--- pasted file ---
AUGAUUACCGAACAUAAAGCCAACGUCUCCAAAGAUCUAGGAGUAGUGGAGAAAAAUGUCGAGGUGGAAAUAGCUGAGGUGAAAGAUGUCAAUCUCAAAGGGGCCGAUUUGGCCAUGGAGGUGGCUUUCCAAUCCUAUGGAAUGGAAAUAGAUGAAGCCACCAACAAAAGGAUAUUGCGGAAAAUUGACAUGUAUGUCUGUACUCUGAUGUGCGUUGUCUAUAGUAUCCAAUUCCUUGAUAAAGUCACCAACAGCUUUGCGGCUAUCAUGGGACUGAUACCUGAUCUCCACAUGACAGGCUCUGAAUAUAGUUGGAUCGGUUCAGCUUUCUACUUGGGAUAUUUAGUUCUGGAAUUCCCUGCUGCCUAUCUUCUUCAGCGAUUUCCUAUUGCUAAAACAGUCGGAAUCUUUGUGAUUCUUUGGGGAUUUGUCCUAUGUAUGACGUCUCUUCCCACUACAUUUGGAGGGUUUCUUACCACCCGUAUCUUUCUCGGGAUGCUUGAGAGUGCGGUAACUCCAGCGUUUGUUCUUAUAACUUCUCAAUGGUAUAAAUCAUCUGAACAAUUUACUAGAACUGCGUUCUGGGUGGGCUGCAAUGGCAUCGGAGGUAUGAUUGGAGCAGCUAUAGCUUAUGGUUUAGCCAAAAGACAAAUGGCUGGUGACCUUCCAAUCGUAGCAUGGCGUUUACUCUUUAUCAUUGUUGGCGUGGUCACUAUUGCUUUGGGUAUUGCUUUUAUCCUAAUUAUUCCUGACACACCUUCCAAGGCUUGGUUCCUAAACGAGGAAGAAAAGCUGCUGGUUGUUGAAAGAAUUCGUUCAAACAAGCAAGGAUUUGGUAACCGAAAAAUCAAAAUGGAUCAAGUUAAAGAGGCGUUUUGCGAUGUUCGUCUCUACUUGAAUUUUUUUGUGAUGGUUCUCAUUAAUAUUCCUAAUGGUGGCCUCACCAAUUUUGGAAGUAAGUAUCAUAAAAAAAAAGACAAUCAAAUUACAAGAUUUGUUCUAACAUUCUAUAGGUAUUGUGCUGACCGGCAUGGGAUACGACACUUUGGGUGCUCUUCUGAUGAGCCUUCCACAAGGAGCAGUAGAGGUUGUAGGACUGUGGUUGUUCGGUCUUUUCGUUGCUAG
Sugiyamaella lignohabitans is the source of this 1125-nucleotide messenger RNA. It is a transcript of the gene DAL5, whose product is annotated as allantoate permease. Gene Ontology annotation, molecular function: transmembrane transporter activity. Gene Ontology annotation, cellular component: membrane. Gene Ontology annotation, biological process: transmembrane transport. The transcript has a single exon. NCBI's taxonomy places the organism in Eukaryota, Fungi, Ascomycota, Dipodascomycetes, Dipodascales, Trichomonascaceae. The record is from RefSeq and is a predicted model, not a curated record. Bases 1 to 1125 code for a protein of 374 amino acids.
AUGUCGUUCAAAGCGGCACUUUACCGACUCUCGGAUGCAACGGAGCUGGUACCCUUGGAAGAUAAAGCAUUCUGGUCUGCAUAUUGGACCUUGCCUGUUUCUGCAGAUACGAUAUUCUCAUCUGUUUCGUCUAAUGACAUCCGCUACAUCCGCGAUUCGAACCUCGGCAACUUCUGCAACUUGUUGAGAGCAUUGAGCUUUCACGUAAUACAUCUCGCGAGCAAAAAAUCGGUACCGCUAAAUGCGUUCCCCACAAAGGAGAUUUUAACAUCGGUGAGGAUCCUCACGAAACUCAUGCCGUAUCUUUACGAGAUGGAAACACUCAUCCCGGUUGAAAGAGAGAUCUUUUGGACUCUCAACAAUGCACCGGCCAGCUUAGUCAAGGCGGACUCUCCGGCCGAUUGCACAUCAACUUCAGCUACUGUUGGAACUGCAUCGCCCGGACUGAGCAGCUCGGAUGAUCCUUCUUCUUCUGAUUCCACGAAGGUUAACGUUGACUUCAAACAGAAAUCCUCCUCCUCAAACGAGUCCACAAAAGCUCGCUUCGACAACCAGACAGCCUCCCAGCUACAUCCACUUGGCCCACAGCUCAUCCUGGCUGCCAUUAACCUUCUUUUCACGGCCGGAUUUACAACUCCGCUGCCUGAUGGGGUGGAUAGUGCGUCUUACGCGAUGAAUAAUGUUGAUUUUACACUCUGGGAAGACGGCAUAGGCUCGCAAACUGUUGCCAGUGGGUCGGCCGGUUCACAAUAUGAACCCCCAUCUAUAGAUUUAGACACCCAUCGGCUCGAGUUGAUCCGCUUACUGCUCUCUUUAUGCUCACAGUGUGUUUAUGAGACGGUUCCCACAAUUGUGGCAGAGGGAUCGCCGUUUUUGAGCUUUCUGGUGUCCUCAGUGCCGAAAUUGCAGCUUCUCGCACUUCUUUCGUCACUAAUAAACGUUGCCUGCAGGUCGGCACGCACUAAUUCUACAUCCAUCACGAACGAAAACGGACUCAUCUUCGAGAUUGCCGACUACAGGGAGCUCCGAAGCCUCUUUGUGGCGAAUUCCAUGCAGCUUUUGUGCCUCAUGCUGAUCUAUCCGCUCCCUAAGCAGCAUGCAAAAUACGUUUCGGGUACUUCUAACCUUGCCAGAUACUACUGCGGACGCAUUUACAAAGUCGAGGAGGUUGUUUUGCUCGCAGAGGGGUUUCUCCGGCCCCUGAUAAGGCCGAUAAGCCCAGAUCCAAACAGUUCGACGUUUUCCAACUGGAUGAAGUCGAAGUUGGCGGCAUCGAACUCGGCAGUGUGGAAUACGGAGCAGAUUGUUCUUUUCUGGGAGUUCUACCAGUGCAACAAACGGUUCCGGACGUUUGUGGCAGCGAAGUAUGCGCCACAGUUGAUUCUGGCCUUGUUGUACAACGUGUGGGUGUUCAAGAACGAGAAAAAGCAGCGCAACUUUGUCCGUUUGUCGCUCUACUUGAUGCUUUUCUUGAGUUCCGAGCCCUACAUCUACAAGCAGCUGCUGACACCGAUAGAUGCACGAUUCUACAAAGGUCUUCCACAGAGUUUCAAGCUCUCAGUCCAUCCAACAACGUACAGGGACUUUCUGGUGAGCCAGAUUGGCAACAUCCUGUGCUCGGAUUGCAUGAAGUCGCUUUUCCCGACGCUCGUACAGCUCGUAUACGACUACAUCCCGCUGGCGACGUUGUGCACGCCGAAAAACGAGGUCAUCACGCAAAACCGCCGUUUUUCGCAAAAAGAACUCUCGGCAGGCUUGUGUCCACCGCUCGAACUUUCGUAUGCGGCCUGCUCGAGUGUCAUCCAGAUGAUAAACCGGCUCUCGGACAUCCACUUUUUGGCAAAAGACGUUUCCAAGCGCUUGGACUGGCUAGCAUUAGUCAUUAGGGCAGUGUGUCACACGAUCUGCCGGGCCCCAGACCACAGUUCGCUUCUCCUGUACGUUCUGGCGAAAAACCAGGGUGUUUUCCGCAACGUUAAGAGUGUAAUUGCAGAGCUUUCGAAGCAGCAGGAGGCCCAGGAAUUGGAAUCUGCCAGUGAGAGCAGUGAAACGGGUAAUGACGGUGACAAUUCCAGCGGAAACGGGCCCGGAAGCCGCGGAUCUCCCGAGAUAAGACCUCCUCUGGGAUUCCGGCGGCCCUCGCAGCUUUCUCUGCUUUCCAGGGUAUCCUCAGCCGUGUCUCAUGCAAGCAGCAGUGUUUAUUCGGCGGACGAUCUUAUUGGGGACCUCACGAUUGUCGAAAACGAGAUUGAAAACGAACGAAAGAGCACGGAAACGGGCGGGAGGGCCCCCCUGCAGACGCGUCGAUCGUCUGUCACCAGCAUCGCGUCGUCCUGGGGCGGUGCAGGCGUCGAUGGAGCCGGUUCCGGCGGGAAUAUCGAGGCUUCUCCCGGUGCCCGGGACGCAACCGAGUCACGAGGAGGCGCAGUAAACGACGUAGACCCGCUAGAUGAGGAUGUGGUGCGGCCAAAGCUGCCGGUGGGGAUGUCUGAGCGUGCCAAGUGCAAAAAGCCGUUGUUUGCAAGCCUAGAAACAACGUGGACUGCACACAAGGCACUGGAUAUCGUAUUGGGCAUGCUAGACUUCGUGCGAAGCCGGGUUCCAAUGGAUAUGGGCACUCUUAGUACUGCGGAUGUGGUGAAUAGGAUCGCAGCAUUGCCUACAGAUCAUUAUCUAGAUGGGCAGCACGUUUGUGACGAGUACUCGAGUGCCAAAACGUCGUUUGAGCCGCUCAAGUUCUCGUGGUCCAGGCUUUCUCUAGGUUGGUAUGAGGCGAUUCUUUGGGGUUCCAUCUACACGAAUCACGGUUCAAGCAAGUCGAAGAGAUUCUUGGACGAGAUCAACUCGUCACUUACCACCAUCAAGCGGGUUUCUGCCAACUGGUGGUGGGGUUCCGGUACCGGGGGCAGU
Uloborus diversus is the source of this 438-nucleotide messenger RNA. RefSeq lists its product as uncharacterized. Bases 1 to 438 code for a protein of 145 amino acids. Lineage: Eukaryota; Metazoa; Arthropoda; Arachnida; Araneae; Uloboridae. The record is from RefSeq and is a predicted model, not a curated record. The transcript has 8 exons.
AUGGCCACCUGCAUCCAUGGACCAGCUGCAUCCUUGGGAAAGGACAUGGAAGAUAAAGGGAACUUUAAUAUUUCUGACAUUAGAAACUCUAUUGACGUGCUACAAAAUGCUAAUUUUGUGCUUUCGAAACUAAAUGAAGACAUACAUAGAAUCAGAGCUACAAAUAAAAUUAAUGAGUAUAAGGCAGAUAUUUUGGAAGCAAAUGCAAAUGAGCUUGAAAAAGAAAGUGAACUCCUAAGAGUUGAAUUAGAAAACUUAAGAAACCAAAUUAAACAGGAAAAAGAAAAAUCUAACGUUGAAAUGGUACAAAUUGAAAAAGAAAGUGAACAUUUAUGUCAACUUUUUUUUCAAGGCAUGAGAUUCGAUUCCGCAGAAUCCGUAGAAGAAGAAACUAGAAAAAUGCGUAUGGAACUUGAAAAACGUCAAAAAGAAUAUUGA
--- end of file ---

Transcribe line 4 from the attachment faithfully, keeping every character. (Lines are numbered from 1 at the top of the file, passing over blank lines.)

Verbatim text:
Uloborus diversus is the source of this 438-nucleotide messenger RNA. RefSeq lists its product as uncharacterized. Bases 1 to 438 code for a protein of 145 amino acids. Lineage: Eukaryota; Metazoa; Arthropoda; Arachnida; Araneae; Uloboridae. The record is from RefSeq and is a predicted model, not a curated record. The transcript has 8 exons.